LONDON—Warming in the Arctic—one of the fastest-warming regions on the planet—could be heightening the chances of extreme winters in Europe and the US.
As the Arctic warms, the stratospheric jet stream that brings occasionally catastrophic ice storms and record snow falls to the eastern United States could also be on the move, according to new research in the journal Nature Climate Change.
The phenomenon is a natural one. Some years the track of the jet stream is wavy, and delivers severe cold weather to the mid-latitudes of the northern hemisphere. Some years the pattern alters, and Europe in particular experiences mild winters. The temperate zones have always experienced occasional extremes. But climate change could be tilting the balance.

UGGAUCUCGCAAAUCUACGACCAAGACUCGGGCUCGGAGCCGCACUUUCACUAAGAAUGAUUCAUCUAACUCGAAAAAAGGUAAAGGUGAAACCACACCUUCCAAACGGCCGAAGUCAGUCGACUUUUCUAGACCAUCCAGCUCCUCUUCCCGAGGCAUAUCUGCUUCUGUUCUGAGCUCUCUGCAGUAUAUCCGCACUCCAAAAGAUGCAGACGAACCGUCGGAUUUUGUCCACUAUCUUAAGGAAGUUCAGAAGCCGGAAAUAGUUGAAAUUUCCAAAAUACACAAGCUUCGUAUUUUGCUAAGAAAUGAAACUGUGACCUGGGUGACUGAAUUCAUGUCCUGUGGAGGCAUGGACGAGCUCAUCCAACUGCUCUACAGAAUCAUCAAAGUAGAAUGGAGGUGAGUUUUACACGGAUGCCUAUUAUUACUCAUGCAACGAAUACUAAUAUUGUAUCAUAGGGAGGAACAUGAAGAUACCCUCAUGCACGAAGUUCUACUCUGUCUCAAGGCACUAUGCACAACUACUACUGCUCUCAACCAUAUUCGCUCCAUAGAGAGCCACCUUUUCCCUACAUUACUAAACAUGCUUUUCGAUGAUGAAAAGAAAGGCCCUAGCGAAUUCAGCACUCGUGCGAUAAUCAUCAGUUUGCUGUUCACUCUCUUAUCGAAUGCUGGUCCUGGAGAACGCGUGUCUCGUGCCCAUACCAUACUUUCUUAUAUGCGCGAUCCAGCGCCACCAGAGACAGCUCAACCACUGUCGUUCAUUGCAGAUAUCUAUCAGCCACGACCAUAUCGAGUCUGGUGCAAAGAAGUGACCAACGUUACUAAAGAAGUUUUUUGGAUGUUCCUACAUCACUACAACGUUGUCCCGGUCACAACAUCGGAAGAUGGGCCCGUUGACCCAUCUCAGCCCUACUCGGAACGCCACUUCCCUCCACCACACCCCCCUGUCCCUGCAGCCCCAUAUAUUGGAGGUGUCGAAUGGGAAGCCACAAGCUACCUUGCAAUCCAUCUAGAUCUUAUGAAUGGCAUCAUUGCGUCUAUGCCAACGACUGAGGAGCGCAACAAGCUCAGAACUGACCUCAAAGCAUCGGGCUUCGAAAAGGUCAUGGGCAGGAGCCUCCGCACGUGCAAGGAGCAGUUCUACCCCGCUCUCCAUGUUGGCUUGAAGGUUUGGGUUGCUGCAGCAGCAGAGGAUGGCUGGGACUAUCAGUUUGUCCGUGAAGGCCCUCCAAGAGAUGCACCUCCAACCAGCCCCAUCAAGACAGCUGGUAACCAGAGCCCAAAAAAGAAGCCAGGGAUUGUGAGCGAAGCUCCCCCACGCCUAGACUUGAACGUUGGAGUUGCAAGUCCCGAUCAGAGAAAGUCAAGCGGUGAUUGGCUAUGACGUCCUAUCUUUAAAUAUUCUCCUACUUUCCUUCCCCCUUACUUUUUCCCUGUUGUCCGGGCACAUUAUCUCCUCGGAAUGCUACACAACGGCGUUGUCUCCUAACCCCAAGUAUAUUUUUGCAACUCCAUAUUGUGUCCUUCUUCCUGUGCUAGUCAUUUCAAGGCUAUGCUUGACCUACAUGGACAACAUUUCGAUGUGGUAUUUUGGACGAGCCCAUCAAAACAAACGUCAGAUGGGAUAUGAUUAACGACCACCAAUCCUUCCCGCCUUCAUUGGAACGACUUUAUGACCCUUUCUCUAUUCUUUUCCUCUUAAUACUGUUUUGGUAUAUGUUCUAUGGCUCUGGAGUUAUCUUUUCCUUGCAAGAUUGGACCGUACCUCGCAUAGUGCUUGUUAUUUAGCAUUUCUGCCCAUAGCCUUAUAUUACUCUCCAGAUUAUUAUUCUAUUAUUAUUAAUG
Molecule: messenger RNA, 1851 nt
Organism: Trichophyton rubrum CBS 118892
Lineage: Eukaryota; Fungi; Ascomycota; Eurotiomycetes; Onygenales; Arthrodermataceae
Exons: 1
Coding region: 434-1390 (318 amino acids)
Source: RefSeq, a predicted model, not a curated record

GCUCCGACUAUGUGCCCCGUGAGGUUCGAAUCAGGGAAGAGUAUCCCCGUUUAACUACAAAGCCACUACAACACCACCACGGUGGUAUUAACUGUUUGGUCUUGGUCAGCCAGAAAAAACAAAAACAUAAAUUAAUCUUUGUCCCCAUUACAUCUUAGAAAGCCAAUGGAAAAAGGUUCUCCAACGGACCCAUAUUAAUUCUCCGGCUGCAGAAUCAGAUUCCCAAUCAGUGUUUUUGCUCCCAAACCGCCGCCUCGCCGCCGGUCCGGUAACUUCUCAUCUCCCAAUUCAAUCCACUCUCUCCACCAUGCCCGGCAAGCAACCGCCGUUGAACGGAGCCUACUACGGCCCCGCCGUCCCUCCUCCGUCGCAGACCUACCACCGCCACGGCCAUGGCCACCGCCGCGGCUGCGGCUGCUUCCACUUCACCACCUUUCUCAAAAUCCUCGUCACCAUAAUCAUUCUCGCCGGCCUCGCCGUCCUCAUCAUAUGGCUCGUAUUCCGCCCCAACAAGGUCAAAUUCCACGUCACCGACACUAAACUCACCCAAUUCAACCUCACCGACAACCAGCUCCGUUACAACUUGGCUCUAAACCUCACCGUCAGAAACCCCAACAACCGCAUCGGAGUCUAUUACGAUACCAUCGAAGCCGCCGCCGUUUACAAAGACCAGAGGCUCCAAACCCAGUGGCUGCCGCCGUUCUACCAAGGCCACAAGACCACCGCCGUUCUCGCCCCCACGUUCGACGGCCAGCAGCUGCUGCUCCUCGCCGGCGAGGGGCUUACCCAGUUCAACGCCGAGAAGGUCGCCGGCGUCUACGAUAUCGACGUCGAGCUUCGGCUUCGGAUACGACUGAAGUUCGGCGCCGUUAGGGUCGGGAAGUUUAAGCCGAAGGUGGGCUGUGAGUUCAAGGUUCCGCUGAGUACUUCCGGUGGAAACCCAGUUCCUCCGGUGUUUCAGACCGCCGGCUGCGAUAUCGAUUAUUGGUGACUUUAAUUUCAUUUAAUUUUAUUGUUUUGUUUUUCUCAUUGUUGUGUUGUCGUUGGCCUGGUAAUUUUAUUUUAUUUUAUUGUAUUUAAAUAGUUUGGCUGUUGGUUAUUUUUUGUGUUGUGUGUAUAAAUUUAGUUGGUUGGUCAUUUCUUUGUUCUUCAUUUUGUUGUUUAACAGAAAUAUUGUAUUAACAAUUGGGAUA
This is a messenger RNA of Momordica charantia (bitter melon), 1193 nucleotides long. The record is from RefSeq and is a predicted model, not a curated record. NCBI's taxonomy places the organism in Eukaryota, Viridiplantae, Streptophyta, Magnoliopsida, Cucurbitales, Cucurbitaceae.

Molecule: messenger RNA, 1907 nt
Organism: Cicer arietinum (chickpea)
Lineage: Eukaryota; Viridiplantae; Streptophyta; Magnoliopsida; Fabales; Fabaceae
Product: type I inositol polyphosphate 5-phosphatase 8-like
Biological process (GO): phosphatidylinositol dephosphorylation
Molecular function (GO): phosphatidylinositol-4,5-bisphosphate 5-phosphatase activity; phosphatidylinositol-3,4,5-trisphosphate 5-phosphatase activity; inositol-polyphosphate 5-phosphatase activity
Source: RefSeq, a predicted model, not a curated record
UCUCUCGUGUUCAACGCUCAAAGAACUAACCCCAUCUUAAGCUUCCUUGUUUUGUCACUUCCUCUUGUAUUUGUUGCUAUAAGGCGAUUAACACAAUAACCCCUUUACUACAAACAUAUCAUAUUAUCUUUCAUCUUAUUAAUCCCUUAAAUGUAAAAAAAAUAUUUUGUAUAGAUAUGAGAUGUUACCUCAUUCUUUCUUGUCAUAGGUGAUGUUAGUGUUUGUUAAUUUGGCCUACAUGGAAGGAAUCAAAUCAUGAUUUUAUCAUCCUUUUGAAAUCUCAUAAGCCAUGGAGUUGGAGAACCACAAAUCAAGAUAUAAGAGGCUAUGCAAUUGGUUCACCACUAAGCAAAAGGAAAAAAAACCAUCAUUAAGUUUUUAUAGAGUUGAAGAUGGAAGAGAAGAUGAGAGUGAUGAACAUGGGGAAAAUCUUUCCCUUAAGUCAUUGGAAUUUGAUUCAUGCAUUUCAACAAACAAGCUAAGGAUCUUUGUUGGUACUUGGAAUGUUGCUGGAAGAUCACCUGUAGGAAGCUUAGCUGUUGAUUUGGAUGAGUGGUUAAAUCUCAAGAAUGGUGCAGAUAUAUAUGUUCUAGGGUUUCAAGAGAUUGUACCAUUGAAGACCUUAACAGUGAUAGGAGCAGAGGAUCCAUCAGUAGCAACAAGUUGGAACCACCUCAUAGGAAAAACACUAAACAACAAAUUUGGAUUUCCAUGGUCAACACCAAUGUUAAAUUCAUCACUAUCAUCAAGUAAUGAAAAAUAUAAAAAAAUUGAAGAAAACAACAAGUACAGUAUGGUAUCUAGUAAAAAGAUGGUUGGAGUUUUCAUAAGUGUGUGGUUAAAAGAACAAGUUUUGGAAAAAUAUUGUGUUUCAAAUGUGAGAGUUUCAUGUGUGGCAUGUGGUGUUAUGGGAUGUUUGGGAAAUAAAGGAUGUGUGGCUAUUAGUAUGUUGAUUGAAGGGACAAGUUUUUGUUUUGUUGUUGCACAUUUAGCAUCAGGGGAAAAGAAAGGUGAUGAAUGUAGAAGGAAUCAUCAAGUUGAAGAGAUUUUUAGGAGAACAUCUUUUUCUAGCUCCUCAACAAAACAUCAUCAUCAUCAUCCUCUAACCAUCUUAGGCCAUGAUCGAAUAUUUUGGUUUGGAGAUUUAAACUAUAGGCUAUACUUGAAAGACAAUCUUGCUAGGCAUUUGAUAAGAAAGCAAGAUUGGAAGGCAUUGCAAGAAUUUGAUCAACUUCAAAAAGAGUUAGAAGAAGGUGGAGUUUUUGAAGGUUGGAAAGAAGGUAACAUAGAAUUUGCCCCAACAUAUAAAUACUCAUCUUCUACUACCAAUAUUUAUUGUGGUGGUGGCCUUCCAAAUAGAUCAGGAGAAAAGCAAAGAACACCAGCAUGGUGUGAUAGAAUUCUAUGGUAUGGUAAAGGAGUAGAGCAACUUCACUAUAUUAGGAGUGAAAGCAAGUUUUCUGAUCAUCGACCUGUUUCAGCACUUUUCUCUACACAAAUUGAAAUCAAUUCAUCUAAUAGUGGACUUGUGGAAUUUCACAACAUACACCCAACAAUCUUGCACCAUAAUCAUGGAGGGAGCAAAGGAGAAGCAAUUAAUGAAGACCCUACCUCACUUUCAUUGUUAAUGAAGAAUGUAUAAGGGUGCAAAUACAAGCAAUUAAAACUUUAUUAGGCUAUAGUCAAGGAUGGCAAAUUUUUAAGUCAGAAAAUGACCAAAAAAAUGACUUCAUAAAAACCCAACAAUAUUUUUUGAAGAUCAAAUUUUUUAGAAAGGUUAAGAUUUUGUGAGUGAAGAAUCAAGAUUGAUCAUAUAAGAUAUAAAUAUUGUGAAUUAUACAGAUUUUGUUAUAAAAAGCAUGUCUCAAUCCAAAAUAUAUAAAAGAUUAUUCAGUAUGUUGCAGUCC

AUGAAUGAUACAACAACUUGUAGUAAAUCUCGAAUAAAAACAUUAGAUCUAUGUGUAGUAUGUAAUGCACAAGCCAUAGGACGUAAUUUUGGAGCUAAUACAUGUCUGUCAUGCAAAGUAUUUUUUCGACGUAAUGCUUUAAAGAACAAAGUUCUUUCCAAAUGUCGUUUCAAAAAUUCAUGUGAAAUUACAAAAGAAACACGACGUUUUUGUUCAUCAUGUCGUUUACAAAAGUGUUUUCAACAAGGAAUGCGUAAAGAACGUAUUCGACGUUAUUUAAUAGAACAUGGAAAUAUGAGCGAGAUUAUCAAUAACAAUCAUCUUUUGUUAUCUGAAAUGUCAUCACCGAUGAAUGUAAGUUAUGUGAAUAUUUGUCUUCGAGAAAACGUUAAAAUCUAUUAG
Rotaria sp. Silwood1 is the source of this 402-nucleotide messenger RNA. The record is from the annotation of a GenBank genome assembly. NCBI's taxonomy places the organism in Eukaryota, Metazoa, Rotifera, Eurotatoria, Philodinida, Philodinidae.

“We’ve always had years with wavy and not so wavy jet-stream winds, but in the last one or two decades the warming Arctic could well have been amplifying the effects of the wavy patterns.
“This may have contributed to some recent extreme cold winter spells along the eastern seaboard of the United States, in western Asia and at times over the UK,” says Edward Hanna, a geographer at the University of Sheffield, UK, and one of a team of British, European and US scientists behind the study.